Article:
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Vice President urges Muslims to unite for development
News Date: 11th January 2011


Vice President John Dramani Mahama on Tuesday advised Muslim leaders and scholars to educate their members against infighting and other kinds of squabbles that undermine unity and development.

“Muslim communities are among the most deprived in terms of poverty and illiteracy and it will be more expedient for you to unite and fight against such depravities.”

The Vice President said these when a delegation of Muslims, led by Dr Sheik Nuhu Sharabutu, National Chief Iman, called on him at the Castle, Osu.

The delegation was made up of sectional chiefs, Regional Chief Imams, Muslim scholars and leaders of various Islamic sects in the country.

They were at the castle to first thank government for its support in the organization of last year’s Hajj to Mecca and to announce their feat in settling a protracted conflict that existed between Sultan Alhaji Umar Farouk, the Kumasi Zongo Chief and Chief Alhaji Ahmed Ibrahim, President of Council of Muslim Chiefs in

Kumasi.

The one-and-a-half decade conflict did not only thwart the development efforts of Muslims in Kumasi, but also created fear and panic among the Muslim communities over the years in the

Metropolis.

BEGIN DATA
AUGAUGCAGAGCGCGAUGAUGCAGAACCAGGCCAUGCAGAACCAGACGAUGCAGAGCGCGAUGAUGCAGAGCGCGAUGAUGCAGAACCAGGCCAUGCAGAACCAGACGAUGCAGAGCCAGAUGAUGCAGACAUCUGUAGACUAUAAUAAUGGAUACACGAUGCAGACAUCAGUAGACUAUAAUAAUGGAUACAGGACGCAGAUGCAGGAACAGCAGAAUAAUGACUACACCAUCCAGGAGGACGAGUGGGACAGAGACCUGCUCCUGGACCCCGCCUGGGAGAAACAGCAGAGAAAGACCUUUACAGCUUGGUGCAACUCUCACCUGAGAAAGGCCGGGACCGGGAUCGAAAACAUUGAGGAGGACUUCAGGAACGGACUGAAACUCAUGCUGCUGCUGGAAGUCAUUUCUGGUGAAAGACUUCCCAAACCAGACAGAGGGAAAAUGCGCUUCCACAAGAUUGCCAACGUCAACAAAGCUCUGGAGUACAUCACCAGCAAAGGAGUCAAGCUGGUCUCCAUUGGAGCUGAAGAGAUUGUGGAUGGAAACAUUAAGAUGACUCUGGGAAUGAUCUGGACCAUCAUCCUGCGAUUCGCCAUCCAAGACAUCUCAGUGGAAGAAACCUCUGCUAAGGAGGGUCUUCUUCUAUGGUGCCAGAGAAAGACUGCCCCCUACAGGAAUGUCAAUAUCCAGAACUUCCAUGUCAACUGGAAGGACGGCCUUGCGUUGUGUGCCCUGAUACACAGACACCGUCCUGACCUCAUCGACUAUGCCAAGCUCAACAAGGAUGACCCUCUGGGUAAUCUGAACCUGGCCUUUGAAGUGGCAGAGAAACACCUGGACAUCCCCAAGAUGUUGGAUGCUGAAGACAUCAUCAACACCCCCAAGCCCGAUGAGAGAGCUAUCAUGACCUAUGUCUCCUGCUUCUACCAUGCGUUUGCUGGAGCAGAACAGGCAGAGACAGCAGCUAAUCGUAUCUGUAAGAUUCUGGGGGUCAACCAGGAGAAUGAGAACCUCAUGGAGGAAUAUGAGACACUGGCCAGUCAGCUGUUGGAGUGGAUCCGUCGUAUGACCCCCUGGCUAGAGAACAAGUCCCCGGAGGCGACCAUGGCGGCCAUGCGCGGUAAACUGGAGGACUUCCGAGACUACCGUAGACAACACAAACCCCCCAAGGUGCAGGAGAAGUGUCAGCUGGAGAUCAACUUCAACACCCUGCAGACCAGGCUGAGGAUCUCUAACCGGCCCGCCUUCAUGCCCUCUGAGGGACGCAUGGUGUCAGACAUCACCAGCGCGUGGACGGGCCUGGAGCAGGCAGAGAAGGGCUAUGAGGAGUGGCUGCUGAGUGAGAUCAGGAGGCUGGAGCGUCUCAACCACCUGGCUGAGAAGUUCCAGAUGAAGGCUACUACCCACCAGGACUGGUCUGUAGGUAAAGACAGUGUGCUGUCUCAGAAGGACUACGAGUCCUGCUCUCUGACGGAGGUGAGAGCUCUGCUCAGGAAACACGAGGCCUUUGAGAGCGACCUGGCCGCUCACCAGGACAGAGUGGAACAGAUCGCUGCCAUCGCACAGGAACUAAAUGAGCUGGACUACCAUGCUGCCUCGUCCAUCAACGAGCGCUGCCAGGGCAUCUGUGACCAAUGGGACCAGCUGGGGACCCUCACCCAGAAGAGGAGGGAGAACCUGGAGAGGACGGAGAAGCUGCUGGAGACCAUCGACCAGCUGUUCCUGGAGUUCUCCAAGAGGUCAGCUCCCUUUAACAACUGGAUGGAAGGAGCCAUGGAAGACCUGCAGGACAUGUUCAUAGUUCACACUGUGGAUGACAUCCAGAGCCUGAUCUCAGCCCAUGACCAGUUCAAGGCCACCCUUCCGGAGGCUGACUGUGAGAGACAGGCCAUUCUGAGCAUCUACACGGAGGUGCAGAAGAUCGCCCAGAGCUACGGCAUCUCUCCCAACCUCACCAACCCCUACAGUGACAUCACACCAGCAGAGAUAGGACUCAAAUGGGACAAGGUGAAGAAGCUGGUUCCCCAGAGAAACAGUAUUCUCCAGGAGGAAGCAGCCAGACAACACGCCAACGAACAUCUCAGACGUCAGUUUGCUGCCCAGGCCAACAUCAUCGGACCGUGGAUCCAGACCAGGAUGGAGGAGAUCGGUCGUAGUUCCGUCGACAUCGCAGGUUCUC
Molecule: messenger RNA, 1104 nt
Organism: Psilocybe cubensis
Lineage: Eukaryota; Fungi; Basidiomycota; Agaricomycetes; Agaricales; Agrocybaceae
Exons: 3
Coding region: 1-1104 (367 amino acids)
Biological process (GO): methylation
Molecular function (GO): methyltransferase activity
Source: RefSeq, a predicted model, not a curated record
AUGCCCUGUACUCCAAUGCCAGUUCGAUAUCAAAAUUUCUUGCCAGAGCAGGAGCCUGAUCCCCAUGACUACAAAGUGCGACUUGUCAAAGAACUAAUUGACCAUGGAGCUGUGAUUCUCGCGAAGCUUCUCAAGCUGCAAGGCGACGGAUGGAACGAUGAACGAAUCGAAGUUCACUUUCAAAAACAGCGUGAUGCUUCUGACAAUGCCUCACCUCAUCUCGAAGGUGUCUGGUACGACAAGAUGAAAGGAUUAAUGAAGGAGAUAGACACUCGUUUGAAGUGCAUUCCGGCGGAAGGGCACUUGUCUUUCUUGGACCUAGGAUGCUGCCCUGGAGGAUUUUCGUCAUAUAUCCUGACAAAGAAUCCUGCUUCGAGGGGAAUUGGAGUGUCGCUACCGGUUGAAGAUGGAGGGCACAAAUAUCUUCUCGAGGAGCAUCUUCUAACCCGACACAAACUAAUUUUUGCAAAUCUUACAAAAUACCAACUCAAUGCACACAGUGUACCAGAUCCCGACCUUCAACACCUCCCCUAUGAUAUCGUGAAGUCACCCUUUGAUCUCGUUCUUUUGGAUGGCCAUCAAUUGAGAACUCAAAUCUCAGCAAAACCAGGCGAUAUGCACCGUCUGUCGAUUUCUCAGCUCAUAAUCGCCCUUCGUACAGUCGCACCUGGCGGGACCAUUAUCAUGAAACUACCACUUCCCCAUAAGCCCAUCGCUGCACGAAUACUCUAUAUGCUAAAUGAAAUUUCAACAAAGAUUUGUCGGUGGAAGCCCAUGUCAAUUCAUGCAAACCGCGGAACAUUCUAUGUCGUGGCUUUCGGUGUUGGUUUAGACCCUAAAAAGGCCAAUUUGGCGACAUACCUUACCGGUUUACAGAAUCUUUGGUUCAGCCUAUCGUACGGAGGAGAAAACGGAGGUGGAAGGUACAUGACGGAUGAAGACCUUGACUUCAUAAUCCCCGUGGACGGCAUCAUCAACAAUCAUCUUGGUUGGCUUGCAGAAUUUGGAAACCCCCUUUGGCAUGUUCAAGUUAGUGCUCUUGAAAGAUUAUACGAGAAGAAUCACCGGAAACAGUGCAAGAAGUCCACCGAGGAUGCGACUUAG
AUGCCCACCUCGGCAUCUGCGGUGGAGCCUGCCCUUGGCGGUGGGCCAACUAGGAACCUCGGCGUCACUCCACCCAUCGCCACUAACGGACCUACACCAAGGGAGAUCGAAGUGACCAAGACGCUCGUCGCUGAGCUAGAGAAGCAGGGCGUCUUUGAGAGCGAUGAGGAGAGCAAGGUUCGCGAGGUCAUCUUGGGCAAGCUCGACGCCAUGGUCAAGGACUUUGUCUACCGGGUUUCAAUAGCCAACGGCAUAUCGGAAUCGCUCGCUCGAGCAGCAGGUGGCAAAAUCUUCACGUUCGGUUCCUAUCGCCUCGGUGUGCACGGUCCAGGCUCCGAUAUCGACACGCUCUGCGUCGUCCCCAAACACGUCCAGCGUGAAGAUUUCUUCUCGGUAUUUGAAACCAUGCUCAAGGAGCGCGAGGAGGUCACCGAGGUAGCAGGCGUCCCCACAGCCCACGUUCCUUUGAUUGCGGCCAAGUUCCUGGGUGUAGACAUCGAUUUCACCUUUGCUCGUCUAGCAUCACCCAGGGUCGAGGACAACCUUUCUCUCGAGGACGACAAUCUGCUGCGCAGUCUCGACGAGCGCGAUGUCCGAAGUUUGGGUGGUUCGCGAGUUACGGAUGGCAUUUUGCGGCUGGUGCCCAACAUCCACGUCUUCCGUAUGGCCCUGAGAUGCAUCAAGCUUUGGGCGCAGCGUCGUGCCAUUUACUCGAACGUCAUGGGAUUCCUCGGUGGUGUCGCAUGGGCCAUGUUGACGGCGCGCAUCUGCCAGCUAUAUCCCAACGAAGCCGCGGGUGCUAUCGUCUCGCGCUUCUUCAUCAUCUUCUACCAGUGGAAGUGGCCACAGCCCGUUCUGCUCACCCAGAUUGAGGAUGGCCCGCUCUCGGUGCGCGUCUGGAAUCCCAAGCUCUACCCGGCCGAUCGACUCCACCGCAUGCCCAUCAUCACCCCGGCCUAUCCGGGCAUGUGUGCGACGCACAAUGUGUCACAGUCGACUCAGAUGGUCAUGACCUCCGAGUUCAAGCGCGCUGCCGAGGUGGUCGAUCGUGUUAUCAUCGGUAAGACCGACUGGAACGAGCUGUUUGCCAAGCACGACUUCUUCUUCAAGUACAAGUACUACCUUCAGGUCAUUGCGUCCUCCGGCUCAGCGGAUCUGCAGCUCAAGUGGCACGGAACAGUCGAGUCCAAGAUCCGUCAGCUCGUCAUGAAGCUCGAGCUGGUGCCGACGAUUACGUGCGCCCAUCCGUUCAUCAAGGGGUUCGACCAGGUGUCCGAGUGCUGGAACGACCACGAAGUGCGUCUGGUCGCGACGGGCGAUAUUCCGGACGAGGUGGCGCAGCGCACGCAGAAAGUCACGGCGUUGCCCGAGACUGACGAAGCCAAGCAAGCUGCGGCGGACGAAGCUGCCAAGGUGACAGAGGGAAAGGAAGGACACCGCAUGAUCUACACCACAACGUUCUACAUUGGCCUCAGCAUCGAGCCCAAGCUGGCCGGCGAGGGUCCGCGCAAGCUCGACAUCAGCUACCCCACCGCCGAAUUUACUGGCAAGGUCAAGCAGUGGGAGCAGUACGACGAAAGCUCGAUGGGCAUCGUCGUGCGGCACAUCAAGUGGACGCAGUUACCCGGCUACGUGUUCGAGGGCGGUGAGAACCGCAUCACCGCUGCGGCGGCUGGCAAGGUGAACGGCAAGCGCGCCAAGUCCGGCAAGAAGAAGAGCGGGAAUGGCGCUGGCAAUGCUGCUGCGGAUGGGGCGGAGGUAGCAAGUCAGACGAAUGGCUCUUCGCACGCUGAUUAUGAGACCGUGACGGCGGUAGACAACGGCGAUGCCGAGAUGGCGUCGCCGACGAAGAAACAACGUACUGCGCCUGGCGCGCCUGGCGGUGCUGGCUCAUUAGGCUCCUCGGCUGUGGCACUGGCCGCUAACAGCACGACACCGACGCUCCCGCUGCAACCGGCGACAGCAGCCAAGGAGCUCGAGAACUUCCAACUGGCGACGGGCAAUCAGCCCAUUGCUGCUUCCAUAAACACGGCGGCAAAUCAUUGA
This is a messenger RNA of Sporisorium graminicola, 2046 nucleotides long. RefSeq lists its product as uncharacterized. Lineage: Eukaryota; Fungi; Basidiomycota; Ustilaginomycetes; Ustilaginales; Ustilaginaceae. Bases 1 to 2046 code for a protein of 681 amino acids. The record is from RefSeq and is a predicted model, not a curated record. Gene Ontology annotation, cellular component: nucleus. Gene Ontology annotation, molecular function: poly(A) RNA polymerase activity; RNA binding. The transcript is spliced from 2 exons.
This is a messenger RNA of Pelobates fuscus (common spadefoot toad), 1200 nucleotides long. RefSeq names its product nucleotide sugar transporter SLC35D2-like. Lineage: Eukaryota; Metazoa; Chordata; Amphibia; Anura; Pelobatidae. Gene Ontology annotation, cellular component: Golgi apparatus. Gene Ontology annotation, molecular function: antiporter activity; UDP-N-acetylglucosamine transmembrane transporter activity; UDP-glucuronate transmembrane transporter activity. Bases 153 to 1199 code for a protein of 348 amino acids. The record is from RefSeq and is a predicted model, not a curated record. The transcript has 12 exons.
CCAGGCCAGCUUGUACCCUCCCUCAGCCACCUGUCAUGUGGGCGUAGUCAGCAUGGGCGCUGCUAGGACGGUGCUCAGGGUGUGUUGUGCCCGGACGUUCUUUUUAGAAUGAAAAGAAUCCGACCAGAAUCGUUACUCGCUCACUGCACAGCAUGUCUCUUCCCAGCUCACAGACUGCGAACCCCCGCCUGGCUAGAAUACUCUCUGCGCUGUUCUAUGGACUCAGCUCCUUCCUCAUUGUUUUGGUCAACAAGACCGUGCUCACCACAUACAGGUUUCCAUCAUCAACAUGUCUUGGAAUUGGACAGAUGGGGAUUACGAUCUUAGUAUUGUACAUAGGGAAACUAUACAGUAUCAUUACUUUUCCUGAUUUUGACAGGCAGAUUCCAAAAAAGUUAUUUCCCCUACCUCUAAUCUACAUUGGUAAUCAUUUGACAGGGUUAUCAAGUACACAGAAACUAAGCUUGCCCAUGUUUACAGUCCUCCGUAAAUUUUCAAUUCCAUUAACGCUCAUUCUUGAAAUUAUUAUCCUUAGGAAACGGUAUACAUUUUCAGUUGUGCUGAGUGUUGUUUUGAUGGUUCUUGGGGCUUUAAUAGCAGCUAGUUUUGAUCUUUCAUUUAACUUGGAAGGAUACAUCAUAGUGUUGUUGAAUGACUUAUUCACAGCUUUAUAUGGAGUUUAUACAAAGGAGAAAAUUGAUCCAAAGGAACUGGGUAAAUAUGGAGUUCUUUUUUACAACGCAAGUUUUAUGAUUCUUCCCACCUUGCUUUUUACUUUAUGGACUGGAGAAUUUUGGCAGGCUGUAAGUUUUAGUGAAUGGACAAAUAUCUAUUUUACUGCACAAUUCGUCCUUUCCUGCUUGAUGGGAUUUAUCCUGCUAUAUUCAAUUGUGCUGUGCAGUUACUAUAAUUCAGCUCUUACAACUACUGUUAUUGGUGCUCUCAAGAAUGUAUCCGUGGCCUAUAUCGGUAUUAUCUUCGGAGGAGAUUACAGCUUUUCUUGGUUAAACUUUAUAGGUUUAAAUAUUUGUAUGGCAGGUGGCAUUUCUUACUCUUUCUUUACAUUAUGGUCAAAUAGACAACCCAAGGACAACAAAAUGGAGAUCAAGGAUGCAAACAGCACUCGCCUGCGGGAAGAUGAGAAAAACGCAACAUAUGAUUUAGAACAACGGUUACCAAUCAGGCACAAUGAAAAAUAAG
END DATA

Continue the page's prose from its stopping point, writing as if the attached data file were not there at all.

Vice President Mahama commended the 10 Regional Chief Imams for amicably settling the Kumasi Muslim conflict, adding “I hope the settlement will serve as the floodgate to spur you on to educate your people against all kinds of division.”

He gave the assurance that government would step up its activities to correct all mishaps that impacted negatively on last year’s Hajj.

The Vice President said government would refund ticket fares of the over 300 Muslims who could not make the trip to the Holy land last year, while provisions were also underway to place them on the priority list of this year’s Hajj.

Chief Baba Issa, Public Relations Officer of the National Council of Zongo Muslim Chiefs, said their leadership contacted some Muslim organizations to help promote and support Muslim

education in deprived areas.

As a result of the contacts, he said, charitable institutions in Jedda, Saudi Arabia had requested them to acquire a suitable location for them to build a university to cater for needy but brilliant children in Muslim communities.

He said the organization had also offered to give scholarships to Ghanaian Muslim students to study Medicine, General Science and other disciplines in the next academic year.


Source: GNA


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